Before Cameron Gallagher died tragically at age 16, collapsing from an undiagnosed heart condition as she finished a half marathon in Virginia Beach in 2014, the Richmond-area teen used to scribble her feelings and emotions on paper.

“Fight. Finish. Faith.” “I will hold on.” “It takes a long time to fully become who you are.”

In a project designed to raise money for a nonprofit foundation created in her legacy, quotes from Cameron’s notes are being inscribed on jewelry and printed on wall canvases and T-shirts and sold at an online store on Etsy, a website for creatives.

Cameron’s parents, David and Grace Gallagher, have teamed up with Andrea Edmunds, co-founder of the children’s furniture business, to launch the online store.

Running was a way for Cameron to fight the severe depression and anxiety that affected her moods. So were the notes, which she wrote to herself and collected from others who supported her in her efforts to stay mentally well.

The notations are from songs, scriptures and other inspirations. Cameron covered the walls of her bedroom with them, her mother said.

“So when she wasn’t feeling (well) she had something positive constantly surrounding her. It gave her hope and strength to get up,” said Grace Gallagher, co-founder of the Cameron K. Gallagher Memorial Foundation.

“When you see the quotes and some of the things she put in her own handwriting, it just personalizes things a little bit more. For that other 16-year-old or that other mom watching their 16-year-old struggle, it gives them something to say, ‘I’m not alone, and somebody very real was struggling just like I am or was,’ and that you can make it.”

Edmunds, whose oldest daughter was friends with Cameron, helped select the quotes and the artists to create the items, which also include pillows, canvas bags and spirit jerseys.

The items are for sale at

Prices for the items vary. A gold-plated necklace inscribed with “I will hold on” is $79. Some T-shirts are $20.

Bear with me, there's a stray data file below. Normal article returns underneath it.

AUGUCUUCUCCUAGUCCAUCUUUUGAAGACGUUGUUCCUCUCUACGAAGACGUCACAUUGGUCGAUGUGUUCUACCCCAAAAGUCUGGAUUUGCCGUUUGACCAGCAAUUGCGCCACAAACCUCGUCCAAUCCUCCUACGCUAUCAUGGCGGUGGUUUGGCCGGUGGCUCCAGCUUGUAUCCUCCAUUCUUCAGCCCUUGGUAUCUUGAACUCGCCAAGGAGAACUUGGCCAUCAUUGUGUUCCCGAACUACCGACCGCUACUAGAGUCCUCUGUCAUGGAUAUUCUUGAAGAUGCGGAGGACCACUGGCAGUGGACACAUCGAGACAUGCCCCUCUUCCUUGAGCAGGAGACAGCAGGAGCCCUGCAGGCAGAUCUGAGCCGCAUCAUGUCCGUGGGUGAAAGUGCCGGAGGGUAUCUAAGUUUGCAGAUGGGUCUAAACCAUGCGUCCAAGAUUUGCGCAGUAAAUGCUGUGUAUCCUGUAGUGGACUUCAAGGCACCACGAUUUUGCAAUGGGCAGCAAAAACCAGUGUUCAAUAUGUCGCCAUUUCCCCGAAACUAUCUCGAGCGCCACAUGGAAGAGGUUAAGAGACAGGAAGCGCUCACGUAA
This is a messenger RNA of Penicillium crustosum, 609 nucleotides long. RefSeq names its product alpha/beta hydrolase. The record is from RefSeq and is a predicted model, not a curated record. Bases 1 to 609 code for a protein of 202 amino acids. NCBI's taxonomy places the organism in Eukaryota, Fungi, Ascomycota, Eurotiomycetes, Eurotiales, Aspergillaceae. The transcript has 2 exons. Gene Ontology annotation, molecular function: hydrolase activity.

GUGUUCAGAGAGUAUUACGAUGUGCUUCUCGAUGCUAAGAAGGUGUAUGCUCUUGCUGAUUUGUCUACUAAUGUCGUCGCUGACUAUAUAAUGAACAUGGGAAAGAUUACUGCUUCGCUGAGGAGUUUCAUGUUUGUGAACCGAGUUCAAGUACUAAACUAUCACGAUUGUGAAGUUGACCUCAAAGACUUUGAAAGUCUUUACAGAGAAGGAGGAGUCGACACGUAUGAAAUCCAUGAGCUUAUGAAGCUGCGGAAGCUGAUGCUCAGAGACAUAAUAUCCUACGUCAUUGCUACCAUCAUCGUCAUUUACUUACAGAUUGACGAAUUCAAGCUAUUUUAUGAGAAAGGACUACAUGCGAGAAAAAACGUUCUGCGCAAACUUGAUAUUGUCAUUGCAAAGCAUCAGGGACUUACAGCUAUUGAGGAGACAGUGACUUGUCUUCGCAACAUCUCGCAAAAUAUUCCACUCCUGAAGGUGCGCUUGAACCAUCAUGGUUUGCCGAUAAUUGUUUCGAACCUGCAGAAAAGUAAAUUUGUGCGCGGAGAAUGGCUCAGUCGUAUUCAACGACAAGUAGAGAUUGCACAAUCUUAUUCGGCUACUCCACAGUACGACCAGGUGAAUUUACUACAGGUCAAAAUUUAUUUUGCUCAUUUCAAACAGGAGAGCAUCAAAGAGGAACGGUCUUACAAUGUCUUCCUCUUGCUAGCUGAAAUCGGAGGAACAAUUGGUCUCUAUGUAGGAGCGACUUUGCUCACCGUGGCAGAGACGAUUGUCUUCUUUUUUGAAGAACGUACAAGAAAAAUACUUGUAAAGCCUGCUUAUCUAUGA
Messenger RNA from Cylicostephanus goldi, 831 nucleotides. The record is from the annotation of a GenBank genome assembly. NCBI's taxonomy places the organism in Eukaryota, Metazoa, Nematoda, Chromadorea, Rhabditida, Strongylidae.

Edmunds said she and the Gallaghers sorted through the collection of notes.

“I felt honored and privileged that they trusted me with this,” she said.

The Gallaghers wanted the words to be exactly as Cameron had written them — any misspellings and all — and in her handwriting. Edmunds traced them and worked with Virginia artists who designed the items.

Sale proceeds are supporting the work of the foundation, which is doing outreach and programs on youth depression and mental health, including offering programs at schools and classes in mindfulness practice.

“We are really trying to give these teens what they deserve and not just saying we are going to get rid of the stigma and raise awareness, but you deserve this and here’s a gift of some coping skills and education that can really last a lifetime,” Grace Gallagher said.

Bach to Rock in Midlothian

Gary S. Mizhir started playing guitar at age 6, switched to drums at 7, and has played since.

“Basically, my entire life has revolved around music. I’ve been in a number of bands throughout my life,” said Mizhir, 36.

That love for music is one of the reasons he and two friends, Dave Albaugh and Chris Wood, have invested in the Bach to Rock music school franchise. The three know one another from attending graduate school at the University of Virginia, Mizhir said.

Through their company, Game 7 Ventures LLC, they recently opened one of the music schools at 11400 W. Huguenot Road in Midlothian and have plans to open five more schools — three in Virginia and two in North Carolina.

“We will have another one in the Richmond market, most likely the Short Pump area,” Mizhir said.

Additional Virginia locations are planned for Charlottesville and Northern Virginia.

Bach to Rock, based in Maryland, opened its first music school location in 2007 and has grown to 15 locations, with schools in California, Maryland, Massachusetts, Florida, New York, Pennsylvania, Virginia and Texas, according to the company website. More than 35 additional schools are in development nationwide.

The schools typically offer individual and group instruction for children and adults in voice and various instruments, including drums, guitar and piano; music camps; and programs in music production. Some Bach to Rock franchises also offer instruction in disc jockeying.

Mizhir said the school’s teachers have a variety of backgrounds — including music therapist, performing artist and formally trained music educator. In addition, the school has a professional recording studio and three audio engineers on staff used for recording the students and to teach audio engineering classes.

Class price varies. According to the website, private 30-minute and 60-minute guitar lessons are $38 and $72, respectively. A group piano class is $32.50 per participant.

The Richmond area has a number of music schools. In addition, some city and county parks and recreation departments offer music instruction classes.

The social benefits of music can’t be overstated, said Mizhir, recalling his own high school years where music class — choir or studying an instrument — was mandatory. At Bach to Rock, students are encouraged to join bands and ensembles that the school puts together.

“It creates a different atmosphere around learning,” Mizhir said. “Students want to go home and practice. They don’t want to let their band mates down. It creates a sense of teamwork.”

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